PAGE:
Not many people , including Italians, have ever heard of the island of San Pietro (Saint Peter) or its bustling port town, Carloforte, hidden gems off the south coast of Sardinia. Last summer, I was fortunate to spend a long summer in Carloforte , guest of some Italian friends who own a couple of properties on the main island of Sardinia and Carloforte (www.sardiniangems.com).
I sensed I was about to arrive to a special place when, on the ferry , I first sighted Carloforte, the main port town of the island. With its quaint cobbled streets the town rises in a half moon shape up the hillside. Carloforte’s cafes , seafood restaurants and palm trees line the waterfront where ferries harbour so close that you can almost touch them. The town with its ancient balconied buildings is full of history and it is a place where the bakeries and fishmongers outnumber heavily tourists shops.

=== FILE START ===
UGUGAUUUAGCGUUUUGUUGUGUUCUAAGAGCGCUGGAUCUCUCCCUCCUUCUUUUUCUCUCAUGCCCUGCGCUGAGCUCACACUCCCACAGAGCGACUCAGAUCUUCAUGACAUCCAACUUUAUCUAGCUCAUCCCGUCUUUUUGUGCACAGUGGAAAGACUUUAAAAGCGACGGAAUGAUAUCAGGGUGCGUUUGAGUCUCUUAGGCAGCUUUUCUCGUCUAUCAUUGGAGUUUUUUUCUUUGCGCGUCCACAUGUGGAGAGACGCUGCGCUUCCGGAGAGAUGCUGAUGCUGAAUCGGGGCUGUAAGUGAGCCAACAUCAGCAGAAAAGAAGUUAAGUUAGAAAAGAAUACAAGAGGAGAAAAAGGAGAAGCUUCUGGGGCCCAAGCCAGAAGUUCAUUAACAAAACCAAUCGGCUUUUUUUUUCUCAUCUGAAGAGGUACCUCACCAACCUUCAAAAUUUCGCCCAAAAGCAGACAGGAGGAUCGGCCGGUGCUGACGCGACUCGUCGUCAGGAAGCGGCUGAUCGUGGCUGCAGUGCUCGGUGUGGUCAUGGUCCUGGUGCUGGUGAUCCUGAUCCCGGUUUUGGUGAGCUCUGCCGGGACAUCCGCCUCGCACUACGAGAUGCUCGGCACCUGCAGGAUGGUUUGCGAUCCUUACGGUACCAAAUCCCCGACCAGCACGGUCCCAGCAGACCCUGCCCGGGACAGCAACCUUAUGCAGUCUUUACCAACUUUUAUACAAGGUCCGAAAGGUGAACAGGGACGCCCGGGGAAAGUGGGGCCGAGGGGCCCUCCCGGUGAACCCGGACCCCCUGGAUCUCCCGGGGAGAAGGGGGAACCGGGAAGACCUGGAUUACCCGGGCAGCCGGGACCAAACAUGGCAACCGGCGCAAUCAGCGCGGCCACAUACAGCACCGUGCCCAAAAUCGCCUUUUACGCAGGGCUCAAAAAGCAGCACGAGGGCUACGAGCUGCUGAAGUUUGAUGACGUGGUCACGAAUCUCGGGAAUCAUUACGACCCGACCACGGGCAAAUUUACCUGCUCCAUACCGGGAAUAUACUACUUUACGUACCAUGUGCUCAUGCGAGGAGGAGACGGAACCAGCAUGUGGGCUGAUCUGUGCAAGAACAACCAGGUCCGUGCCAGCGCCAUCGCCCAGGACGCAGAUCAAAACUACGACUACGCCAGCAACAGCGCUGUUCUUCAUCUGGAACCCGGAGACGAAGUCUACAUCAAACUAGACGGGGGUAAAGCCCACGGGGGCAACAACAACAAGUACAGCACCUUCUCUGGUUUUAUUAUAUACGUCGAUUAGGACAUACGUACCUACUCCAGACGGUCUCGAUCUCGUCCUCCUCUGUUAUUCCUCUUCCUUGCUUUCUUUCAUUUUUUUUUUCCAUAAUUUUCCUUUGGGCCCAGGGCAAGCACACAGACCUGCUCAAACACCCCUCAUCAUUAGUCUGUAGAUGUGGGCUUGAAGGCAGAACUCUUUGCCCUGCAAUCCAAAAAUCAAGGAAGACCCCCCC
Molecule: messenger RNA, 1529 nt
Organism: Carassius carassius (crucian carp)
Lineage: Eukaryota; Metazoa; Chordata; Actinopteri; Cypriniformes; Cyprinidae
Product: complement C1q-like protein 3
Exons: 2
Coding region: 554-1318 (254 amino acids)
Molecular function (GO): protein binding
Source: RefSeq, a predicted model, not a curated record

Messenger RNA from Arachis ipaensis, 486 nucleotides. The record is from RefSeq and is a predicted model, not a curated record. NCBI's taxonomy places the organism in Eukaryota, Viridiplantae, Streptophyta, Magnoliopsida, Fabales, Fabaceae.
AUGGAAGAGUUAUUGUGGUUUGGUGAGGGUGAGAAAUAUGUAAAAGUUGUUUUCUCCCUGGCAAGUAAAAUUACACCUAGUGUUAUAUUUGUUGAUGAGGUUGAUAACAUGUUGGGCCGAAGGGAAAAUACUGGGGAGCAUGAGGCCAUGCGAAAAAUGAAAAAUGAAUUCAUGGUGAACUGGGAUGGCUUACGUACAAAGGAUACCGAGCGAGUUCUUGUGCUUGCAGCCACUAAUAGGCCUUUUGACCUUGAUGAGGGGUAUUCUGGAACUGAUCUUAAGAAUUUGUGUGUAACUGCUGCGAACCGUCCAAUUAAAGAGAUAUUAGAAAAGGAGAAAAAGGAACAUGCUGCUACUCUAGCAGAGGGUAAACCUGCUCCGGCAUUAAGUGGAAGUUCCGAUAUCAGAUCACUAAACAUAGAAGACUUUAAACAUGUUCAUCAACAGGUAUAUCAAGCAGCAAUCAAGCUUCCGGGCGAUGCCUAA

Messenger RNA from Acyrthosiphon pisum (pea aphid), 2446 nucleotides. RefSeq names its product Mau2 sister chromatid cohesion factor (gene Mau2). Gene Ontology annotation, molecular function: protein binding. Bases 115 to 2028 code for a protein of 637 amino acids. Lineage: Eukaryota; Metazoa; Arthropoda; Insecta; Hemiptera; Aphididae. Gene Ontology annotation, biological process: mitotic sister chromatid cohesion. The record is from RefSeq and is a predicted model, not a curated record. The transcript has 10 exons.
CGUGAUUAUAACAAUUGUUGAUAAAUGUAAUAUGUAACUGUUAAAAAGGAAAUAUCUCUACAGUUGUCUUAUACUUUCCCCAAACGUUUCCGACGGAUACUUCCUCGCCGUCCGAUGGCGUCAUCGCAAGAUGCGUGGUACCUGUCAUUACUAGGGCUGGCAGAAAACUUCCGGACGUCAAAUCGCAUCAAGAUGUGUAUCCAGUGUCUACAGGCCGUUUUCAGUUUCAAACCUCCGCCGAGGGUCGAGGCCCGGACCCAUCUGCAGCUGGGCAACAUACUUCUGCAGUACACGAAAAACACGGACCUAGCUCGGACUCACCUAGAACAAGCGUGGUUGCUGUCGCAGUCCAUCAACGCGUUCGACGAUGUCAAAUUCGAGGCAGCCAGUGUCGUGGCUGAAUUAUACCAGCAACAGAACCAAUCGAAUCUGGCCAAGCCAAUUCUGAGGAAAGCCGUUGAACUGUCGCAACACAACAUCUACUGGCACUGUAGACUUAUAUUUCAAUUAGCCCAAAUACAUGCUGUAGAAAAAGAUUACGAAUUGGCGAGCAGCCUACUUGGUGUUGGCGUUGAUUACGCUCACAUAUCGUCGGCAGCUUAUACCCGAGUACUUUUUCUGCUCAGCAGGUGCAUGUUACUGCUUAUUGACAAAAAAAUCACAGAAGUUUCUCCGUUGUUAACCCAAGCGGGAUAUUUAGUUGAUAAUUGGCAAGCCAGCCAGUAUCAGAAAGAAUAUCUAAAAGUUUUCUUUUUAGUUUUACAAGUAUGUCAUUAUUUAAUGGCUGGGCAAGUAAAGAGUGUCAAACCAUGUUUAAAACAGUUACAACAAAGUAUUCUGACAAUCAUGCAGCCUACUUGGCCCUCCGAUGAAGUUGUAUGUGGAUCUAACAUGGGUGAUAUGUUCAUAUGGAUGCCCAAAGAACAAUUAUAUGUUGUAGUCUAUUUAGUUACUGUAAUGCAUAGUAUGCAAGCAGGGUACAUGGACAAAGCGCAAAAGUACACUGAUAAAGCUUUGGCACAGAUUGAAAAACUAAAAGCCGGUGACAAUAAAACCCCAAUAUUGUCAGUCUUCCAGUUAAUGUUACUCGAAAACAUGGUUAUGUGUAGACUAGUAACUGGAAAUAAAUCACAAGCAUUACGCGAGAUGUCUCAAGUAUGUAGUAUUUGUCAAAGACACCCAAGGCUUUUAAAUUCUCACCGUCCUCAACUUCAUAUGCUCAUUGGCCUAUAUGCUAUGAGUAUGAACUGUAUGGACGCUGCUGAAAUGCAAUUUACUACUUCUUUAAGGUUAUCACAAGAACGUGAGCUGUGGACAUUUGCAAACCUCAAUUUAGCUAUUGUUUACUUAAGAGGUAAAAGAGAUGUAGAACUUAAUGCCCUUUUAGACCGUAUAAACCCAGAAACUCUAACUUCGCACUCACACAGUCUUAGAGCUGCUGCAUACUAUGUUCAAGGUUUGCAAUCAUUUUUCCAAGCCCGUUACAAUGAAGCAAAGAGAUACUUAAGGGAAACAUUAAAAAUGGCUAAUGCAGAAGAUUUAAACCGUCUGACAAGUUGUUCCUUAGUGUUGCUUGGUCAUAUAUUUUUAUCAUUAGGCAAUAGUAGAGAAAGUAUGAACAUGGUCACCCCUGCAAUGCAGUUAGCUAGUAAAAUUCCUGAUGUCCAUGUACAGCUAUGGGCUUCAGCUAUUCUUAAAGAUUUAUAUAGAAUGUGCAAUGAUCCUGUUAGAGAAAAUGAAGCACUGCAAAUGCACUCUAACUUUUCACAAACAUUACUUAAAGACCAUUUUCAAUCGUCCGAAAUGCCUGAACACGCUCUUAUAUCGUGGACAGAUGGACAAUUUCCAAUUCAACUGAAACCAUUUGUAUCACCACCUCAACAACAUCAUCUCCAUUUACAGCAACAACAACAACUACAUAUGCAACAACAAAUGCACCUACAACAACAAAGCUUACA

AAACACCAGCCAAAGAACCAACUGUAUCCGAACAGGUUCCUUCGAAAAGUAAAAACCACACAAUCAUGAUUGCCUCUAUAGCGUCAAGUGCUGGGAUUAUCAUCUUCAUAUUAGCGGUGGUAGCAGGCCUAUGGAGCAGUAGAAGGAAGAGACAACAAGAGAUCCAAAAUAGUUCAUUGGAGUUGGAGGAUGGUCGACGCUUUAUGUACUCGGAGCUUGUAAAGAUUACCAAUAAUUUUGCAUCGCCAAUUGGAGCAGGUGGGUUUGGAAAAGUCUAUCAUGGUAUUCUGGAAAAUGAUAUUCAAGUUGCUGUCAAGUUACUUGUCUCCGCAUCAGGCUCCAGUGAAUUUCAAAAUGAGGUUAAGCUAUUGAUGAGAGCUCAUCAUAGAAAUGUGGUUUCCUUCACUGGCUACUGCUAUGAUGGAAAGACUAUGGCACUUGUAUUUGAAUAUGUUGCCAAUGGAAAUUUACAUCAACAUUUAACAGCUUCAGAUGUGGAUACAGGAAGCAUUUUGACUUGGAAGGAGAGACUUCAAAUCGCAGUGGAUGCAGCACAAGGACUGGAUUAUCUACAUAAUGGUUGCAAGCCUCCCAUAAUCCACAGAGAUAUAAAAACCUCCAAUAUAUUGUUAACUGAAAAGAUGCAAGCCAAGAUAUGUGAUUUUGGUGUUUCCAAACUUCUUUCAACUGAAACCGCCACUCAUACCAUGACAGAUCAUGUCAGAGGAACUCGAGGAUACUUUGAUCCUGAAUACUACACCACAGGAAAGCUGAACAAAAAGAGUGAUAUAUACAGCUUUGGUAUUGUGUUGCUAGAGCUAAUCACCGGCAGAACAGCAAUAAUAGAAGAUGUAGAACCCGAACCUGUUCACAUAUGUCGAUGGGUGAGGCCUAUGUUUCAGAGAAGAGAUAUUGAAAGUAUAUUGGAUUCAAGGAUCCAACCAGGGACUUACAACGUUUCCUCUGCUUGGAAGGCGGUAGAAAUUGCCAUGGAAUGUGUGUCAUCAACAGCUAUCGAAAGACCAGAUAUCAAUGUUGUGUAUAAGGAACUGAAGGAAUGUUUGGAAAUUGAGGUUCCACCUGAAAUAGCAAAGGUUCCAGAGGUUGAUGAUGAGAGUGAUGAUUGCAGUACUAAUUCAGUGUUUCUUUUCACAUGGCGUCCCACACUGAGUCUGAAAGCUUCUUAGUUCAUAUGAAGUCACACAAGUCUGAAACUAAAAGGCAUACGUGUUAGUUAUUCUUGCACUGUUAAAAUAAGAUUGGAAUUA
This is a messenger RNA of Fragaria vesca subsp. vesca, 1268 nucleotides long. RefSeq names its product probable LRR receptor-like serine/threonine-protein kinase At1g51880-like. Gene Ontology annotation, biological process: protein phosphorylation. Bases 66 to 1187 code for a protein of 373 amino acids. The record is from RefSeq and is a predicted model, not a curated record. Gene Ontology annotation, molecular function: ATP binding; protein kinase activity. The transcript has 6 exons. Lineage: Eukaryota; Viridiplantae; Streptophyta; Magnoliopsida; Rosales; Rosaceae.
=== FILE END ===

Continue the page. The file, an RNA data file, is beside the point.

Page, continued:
I spent many days wandering around the town and photographing the rugged, volcanic landscapes of the island, the secret coves and its handkerchief – sized yellow colour beaches. The island turquoise waters are ideal for snorkelling, high diving or sailing .
Down the centuries the inhabitants of San Pietro have been coral hunters, slaves to African pirates and finally tuna fisherman- Today the island is still running one of the last mattanze left in Italy. Every May and June the tuna are lured down a deadly corridor of nets to la Mattanza – the killing- a very gory spectacle! The islanders have never turned their hands to tourism which is why the island still remain a hidden paradise. No one would go to the Maldives anymore if the island was to embrace mass tourism. I am happy if this wonderful little island remains unknown to mass tourism for years to come.